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Energy price cap announced by Theresa May

Measures to tackle ‘rip off’ energy bills to be unveiled next week

Energy price cap announced by Theresa May

A price cap on energy bills will be introduced to help loyal customers and end ‘rip-off’ energy prices, Prime Minister Theresa May announced this afternoon.

Full details will be published in draft legislation next week.

The Prime Minister accused energy firms of punishing loyal customers. Loyal customers are usually defined as those on standard variable energy tariffs, which are often suppliers’ most expensive rates.

A price cap on energy bills was first promised in the Conservative election manifesto in June.

Theresa May said today: ‘The energy market punishes loyalty with higher prices, and the most loyal customers are often those with lower incomes, the elderly, people with lower qualifications and people who rent their homes.

‘That’s why next week this government will publish a draft bill to put a price cap on energy bills.’

Which? managing director of home products and services, Alex Neill, said: ‘It is clear that millions of hard-pressed energy customers are still suffering due to a lack of competition in the energy market and so will welcome action to bring down their bills. 

‘However, this legislation must not result in higher bills overall, undermine improvements in service or bring much-needed innovation to a halt.’
 

You can start saving money now, before the price cap comes into force. Compare energy prices using Which? Switch to find the best energy deal for you.


Is this the end of the standard variable energy tariff?

Energy companies have been under fire in recent months for the cost of their standard variable tariffs and the number of customers on them. Our campaign in early 2017 called for energy firms to publish plans for engaging customers on standard tariffs who don’t switch.

The number of customers on standard – or out-of-contract – tariffs varies by company. The difference between the standard tariff and cheapest deal can also be between £13 and £269 for the Big Six energy suppliers.

SSE has the highest proportion of customers on its standard tariff (72%) of the Big Six firms, while just 39% of Scottish Power’s customers are on its standard deal.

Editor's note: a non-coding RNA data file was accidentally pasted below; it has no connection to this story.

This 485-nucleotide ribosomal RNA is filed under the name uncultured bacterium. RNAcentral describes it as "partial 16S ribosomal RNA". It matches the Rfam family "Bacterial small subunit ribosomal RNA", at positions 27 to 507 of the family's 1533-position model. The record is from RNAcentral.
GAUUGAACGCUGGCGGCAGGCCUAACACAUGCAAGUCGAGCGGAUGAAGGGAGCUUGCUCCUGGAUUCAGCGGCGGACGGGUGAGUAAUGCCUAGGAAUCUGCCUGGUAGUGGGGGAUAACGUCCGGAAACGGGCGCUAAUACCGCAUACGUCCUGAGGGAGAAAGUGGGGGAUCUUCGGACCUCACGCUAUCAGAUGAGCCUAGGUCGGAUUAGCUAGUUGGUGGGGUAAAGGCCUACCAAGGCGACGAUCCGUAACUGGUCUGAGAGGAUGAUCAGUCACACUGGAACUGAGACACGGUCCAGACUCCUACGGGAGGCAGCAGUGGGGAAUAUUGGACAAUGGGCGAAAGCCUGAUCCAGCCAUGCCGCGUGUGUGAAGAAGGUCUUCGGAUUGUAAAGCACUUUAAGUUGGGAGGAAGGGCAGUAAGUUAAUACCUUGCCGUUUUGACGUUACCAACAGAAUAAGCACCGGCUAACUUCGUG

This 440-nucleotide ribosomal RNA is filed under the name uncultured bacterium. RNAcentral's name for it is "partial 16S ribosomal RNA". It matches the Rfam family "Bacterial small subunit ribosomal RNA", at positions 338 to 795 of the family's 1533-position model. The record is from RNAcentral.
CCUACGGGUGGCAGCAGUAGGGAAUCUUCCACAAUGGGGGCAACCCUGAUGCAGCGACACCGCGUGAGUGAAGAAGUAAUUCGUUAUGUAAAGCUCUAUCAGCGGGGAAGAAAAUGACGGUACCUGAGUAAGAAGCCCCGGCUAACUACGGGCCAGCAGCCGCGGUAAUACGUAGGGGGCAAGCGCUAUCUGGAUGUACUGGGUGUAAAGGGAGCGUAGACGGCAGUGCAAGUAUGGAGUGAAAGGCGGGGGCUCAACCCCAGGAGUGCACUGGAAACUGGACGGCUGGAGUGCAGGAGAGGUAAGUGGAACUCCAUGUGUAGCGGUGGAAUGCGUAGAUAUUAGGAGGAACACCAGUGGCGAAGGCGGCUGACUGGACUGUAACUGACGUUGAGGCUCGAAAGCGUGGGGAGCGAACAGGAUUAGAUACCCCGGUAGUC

British Gas plans to trial alternatives to its standard variable tariff. Currently nearly five million of its customers are on this tariff. Previously it said it believes that standard tariffs should be phased out.

This followed Eon’s promise last week to phase out standard variable tariffs. Scottish Power is also in favour of abolishing the standard variable tariff.

Eon customers with a smart meter will be put onto a one-year fixed tariff with no exit fee from early next year instead. At the end of the tariff, they will automatically ‘roll over’ onto the latest fixed deal. Eon said it’s also ‘working on options for classic meter customers’.

Couple discusses energy bill while child is on sofaHow to save up to £353 on your energy bill now

There are no exit fees on standard tariffs. So if you’re on one, you can switch your tariff or supplier penalty-free.

Standard tariffs with the Big Six cost £1,131 per year on average, for a medium user. Npower’s is the priciest – £1,166 per year. Switch from this tariff to the current cheapest on the market available in England, Scotland and Wales, (Iresa Flex 4 12 month direct debit, £820) and you could save up to £345 in a year.

Even if you switch from the cheapest Big Six standard tariff (British Gas, £1,101 per year), you’d still save £281.

The first step is to compare energy tariffs to find the best for you. To get the most accurate quote from an energy comparison site, look at your bill or annual statement to find out your annual energy usage (in kWh).

Our quick, straightforward step-by-step guide to switching energy supplier will help you. Which? research found 87% of those who switched said it was easy.

Our energy and price research

We surveyed 8,657 members of the GB public who are responsible for paying their energy bills in September and October 2016.

Our pricing data is from Energylinx, based on a medium user (Ofgem average use of 3,100kWh electricity and 12,000kWh gas per year), paying by monthly direct debit, with paperless billing. Data is correct on 4 October 2017.

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